Shopping for Just the Right Gift

The clock is ticking, and you’re on the hook to find just the right gift this holiday season. Perhaps you’re shopping at the last minute; maybe the giftee is really picky; or, if you’re like I am, maybe you just don’t feel like dealing with wrapping paper! Regardless, a gift card or certificate may seem like a great solution: it’s a quick buy for you and it presents plenty of options for that person on your list.

Take your pick: choose among traditional gift cards from retailers and restaurants, bank gift cards that can be used anywhere the brand is accepted, e-gift cards, and certificates from promotional coupon sites. As you go shopping for gift cards, remember to read the fine print before you buy. Yeah, time is precious and you may not have enough of it to read the details, but there are a few important things to look for:

  • is there a fee to buy the card?
  • are there fees when someone uses the card?
  • is there an expiration date?
  • are there rules about when and where someone can use the gift card or certificate?

There could be additional restrictions if you buy gift certificates on promotional coupon sites. Say you buy a gift for a friend on a promotional coupon site — $15 for $30 worth of food at a particular restaurant. The promotional value of $30 may expire in a few weeks, but the certificate still may be worth $15 for another year. Maybe there are other limitations: for example, the certificate might be good only Mondays through Thursdays for lunch at a specific location. Would your friend be able to use the certificate for the full value under the circumstances?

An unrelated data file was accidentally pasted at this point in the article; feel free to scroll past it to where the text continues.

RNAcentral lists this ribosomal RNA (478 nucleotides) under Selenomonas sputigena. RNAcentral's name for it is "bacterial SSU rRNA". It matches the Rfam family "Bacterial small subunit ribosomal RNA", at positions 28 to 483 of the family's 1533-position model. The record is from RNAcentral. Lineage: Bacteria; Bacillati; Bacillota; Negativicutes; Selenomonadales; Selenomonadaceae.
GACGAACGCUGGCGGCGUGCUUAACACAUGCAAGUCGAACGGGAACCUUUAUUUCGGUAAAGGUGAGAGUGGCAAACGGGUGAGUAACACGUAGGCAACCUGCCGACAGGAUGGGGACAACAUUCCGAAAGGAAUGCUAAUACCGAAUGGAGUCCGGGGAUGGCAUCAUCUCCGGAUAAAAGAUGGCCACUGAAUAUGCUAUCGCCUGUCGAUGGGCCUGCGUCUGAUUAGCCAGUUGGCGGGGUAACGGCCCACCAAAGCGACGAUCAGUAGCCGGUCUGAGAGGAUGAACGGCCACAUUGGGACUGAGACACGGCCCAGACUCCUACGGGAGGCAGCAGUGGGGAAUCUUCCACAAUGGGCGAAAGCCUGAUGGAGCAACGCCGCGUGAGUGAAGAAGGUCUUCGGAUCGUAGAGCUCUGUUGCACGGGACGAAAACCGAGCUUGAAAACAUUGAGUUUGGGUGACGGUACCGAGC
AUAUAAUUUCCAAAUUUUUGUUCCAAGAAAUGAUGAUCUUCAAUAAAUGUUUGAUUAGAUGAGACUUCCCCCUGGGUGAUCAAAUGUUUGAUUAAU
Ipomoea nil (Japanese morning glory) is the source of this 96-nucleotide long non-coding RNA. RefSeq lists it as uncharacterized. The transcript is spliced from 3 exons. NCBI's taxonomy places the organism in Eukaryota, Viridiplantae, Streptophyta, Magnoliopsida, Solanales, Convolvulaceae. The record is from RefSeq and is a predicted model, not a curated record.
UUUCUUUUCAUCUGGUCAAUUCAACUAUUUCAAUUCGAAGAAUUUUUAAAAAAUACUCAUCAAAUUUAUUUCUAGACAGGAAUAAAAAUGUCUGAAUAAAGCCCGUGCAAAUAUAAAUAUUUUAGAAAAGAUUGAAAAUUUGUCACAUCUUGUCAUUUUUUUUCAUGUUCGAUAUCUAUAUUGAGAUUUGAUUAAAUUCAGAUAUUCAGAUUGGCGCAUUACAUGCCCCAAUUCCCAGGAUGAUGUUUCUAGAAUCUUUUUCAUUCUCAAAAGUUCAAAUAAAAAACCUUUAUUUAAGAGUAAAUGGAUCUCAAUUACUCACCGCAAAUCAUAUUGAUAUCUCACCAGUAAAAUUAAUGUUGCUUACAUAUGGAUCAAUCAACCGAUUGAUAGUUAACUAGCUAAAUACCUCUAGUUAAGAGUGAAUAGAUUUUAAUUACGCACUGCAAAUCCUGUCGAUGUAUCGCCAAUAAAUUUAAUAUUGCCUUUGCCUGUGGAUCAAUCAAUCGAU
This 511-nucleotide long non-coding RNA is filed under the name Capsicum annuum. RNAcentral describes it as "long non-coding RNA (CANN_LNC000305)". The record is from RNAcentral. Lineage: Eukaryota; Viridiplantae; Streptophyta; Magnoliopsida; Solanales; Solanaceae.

If you’re buying a gift card in a store, inspect the card before you pay. Check that none of the protective stickers have been removed, and that the codes on the back of the card haven't been scratched off to reveal a PIN number. If something looks off, let the merchant know and grab a different card.

Just FYI: vendors go out of business, whether they’re online-only companies or long-standing brick and mortar stores. If you buy a card from a company that happens to be on the verge of going out of business, the card may be worth less than you anticipated — or worthless altogether. I just found a gift card to a bookstore that went bankrupt; I’m using the card as a bookmark!

Along with the gift card, give a little extra — some good advice about using gift cards effectively. And don’t forget to give the giftee the original receipt, too. It will help them verify the purchase in case the card is lost or stolen. Meanwhile, here’s to a happy and stress-free shopping experience for all!

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